Pensions may contribute to male/female or black/white inequality to the extent that white males are more likely to receive pensions than are other groups. Conditional on receiving pensions, the value of pension benefits varies because white males have the highest level of expected tenure atretirement. By using a combination of the Current Population Survey and the 1980 Banker's Trust Corpprate Pension Plan Study, we find that the existence of pension plans contributes to black/white inequality but leaves male/female inequality unchanged among whites. Even though females are less likely tor eceive pensions than males, those females who do receive pensions enjoy generous ones. Among blacks, pensions exacerbate sex differences because black women are only about 75% as likely to receive pensions as black males.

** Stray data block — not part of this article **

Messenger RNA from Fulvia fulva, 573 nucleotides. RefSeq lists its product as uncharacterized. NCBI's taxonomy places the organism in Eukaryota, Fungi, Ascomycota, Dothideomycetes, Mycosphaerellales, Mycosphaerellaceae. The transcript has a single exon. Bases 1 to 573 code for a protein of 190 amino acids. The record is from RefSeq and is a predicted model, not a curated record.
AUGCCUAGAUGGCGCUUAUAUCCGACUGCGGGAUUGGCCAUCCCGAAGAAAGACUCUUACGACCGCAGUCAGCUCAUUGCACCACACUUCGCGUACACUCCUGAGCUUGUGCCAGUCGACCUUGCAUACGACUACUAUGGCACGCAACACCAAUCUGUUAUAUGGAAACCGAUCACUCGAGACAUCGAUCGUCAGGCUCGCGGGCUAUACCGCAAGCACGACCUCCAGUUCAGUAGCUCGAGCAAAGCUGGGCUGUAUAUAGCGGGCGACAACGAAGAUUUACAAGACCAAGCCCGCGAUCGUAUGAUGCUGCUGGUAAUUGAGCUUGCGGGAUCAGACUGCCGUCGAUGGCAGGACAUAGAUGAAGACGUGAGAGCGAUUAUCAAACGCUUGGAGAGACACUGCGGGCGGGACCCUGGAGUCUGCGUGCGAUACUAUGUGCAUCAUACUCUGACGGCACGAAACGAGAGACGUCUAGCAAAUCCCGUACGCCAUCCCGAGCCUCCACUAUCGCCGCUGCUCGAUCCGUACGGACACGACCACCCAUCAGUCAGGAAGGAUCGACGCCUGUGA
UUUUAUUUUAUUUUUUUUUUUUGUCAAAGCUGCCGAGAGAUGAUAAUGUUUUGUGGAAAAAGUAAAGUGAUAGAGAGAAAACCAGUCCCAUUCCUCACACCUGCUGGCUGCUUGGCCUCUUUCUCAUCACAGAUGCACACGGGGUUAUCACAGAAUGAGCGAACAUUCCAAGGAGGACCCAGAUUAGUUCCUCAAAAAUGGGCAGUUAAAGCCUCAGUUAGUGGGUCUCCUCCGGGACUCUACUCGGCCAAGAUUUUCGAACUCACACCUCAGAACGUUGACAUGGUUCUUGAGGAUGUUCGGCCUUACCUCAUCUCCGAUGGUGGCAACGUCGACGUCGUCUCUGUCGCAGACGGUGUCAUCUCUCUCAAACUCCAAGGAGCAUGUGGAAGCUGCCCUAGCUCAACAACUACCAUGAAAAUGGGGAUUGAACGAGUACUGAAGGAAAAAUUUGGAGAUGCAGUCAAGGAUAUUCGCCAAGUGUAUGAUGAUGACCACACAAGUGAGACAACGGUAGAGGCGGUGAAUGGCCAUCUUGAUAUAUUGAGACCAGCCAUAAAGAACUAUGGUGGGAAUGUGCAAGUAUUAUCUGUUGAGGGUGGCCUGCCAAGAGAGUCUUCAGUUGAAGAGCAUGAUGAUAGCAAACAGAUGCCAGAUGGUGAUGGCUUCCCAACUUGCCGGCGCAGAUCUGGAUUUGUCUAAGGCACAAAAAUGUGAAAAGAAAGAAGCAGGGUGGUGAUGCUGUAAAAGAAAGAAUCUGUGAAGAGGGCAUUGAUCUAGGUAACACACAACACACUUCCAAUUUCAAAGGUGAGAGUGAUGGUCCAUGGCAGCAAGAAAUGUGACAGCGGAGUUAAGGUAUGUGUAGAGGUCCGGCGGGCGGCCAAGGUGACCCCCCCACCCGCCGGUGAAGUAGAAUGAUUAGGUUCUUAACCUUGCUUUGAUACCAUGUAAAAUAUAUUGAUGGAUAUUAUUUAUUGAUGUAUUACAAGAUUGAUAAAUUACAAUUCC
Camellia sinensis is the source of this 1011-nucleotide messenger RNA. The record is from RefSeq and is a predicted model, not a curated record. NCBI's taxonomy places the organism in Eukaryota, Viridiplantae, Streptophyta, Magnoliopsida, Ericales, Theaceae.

|Date of creation:||Oct 1984|
|Date of revision:|
|Publication status:||published as Bodie, Z., J.B. Shoven and D.A. Wise (eds.) Issues in Pension Economics. Chicago: University of Chicago Press, 1987.|
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- Jacob Mincer & Boyan Jovanovic, 1981.
"Labor Mobility and Wages,"
in: Studies in Labor Markets, pages 21-64
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